“You can only circle the flames so long.”
Behind almost every pull of a trigger lies a lot of weight and impact. Not just on the person pulling it, but those connected to said person. American Sniper is the story of Texan Chris Kyle (Bradley Cooper). As a youngster, it is clear Chris has a desire to protect those around him, a value instilled in him by his father. Still, the Texas lifestyle lends itself to making a good and fun living as a cowboy, a living Kyle enjoys.
It isn’t until he sees a television report of a terrorist attack that he begins to question what he is really doing with his life, which leads to enlisting into the Naval program. In training, Chris hones his raw and already-existing marksman skills, and finds a woman in his down time in Taya (Sienna Miller) who eventually becomes his wife and mother of his children. Shortly after marriage, Chris is deployed to Iraq, where he quickly makes a name for himself in combat; being hailed as “The Legend.” But the horrors of war are real, and no matter how many times Chris is home, each tour takes a little something out of him.
Films about war and patriotism seem to pierce viewers different ways. With any, there are those who may be offended with said war film’s message and deride it as propaganda, while others may not see one. Yours truly can only speak for himself, but American Sniper is pretty devoid of—let’s call it a visible slant. It is tense, tightly directed, well-acted, and one of the best of 2014/2015.
Instead of focusing on the politics or the glory that comes with performing miraculous deeds, director Clint Eastwood (Flags of Our Fathers, Letters from Iwo Jima) chooses to focus upon the man and the mental aftermath that arises because of the acts he commits. He accomplishes the former by presenting a substantial yet still brief look at what made Kyle who he is and why he is so. During this beginning part of the movie, the investment into the main character is forged. He isn’t perfect by any means, but the duty he possesses towards protecting others is one to connect with. This duty factor is a question that is continuously asked as the movie progresses. To where should Kyle’s duties lie, and are they nestled together like he believes?
And for the latter, while the reasons of fighting will never be universally agreed upon, almost everyone would likely agree that war more often than not leaves an indelible mark that is a struggle to deal with for all involved. Nothing here is glorified or lessened in effect. The realities and subsequent effects of war are cold, harsh, and unforgiving.
With that said though, the movie looks and sounds pretty splendid. Eastwood certainly knows how to capture full-scale warfare. No dazzling flair, which would have likely cheapened the intended grounded effect, is found, but the approach is suitably straightforward. Every trigger squeezed and RPG launched carries audible weight, but the moments where nothing but silence exists are true high marks. They carry insane amounts of tension and make the firefights all the more impressive. It all adds up to effective pacing, with the only misfire being near the end. The last 15-20 minutes do feel a tad rushed.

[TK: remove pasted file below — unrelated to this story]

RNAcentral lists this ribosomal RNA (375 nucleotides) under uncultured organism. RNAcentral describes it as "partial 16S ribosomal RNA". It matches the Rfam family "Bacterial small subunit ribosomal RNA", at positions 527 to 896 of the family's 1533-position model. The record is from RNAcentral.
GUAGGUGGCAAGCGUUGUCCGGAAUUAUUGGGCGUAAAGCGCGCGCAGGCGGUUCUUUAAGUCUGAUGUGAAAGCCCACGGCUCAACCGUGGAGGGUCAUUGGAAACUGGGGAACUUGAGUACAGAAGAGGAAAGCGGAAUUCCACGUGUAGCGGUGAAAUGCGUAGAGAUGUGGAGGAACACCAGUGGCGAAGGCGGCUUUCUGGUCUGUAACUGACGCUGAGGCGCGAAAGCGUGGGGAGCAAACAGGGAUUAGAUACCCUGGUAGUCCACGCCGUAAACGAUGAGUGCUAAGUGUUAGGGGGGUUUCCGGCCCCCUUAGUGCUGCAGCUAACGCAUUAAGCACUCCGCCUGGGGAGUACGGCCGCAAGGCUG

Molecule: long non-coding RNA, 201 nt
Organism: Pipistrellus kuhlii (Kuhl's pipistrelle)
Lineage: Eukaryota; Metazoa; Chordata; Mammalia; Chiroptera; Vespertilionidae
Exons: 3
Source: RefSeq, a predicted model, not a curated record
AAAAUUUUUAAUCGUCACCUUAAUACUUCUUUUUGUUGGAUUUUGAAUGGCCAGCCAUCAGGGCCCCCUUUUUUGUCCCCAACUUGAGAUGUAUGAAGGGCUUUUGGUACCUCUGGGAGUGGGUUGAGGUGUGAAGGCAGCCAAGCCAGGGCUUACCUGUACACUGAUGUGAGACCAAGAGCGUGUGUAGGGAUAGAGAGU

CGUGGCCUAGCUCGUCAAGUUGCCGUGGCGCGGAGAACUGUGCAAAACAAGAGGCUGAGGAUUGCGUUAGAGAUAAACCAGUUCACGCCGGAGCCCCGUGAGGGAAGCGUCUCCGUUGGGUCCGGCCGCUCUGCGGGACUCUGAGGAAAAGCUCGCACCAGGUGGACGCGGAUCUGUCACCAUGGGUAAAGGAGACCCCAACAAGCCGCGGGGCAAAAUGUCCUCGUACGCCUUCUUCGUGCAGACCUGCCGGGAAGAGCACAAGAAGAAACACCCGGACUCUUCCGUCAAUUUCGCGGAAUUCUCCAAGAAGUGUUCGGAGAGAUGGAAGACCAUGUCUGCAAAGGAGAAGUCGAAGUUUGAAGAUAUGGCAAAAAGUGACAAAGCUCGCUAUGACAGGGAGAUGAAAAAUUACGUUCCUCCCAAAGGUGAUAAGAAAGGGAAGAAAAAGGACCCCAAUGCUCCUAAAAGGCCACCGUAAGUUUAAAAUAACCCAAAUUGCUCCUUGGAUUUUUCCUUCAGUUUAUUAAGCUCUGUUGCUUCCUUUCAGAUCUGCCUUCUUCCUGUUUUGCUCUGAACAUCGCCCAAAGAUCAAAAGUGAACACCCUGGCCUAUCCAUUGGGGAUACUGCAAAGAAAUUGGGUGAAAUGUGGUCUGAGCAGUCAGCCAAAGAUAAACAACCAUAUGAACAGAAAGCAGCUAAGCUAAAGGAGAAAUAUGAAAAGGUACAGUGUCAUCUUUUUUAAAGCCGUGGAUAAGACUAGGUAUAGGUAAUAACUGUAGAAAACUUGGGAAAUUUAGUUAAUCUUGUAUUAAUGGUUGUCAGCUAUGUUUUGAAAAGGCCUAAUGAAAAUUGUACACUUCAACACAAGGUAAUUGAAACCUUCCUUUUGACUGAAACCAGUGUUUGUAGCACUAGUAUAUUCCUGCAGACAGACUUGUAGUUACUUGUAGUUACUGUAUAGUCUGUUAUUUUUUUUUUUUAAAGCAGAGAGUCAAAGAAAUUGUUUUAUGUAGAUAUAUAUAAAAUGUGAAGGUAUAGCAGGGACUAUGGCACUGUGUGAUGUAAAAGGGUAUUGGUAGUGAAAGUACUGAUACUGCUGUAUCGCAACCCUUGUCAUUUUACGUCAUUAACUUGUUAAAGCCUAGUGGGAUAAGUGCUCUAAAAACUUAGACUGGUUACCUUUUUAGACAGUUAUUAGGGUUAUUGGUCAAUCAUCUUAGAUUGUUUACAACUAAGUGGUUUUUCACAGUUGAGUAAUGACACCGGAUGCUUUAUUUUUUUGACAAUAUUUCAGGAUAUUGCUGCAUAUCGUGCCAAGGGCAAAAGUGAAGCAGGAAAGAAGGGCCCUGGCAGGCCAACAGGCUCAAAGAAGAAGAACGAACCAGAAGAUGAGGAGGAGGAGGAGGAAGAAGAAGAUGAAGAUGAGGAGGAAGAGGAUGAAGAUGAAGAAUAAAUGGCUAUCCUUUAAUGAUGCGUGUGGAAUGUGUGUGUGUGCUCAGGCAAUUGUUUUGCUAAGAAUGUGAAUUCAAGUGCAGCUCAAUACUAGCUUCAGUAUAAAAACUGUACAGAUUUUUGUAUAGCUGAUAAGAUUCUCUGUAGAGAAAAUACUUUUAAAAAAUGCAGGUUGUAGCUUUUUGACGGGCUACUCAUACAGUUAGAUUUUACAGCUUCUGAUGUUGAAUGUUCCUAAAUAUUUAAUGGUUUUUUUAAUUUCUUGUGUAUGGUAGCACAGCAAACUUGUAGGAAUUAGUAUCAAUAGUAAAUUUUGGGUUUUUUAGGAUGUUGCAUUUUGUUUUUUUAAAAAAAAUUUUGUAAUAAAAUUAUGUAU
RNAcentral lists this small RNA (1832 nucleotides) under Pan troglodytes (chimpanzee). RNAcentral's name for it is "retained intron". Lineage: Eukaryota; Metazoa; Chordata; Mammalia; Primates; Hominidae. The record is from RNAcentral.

Bradley Cooper completely immerses himself into the role of Chris Kyle. His adopted Texas accent never wavers, he physically looks the part, and he superbly displays the difficulties Chris has to grapple with, often in split seconds, throughout. He is a killing machine, but not a completely soulless one. He never relishes in carrying the title of “The most lethal sniper in U.S. History,” he just goes about his business. Cooper has been gaining praise for his skills for a while now, but if anyone were looking for another, perhaps really serious and transforming role from him, this work would be the evidence shown.
Of course, this vehicle is Cooper’s, but Sienna Miller is good and does what is needed as Kyle’s wife. The role is somewhat cookie-cutter and there are one or two moments in which she is sort of wooden, but for what the character is nothing is glaringly off-putting. This sentiment can be said for most everyone else in the movie as well, with the only difference being they don’t stand out like the wife does. Sure, a few are remembered more so than others, but the large majority just fill out the spaces needed.
American Sniper is basically the film yours truly expected it to be after viewing that initial trailer where so much silence was utilized. Gripping, intense, and a no-frills take at what the warzone does to one’s mental state. 132 or so confirmed minutes of exceptional drama.
Photo credits go to heavy.com, blogs.wsj.com, and Collider.com
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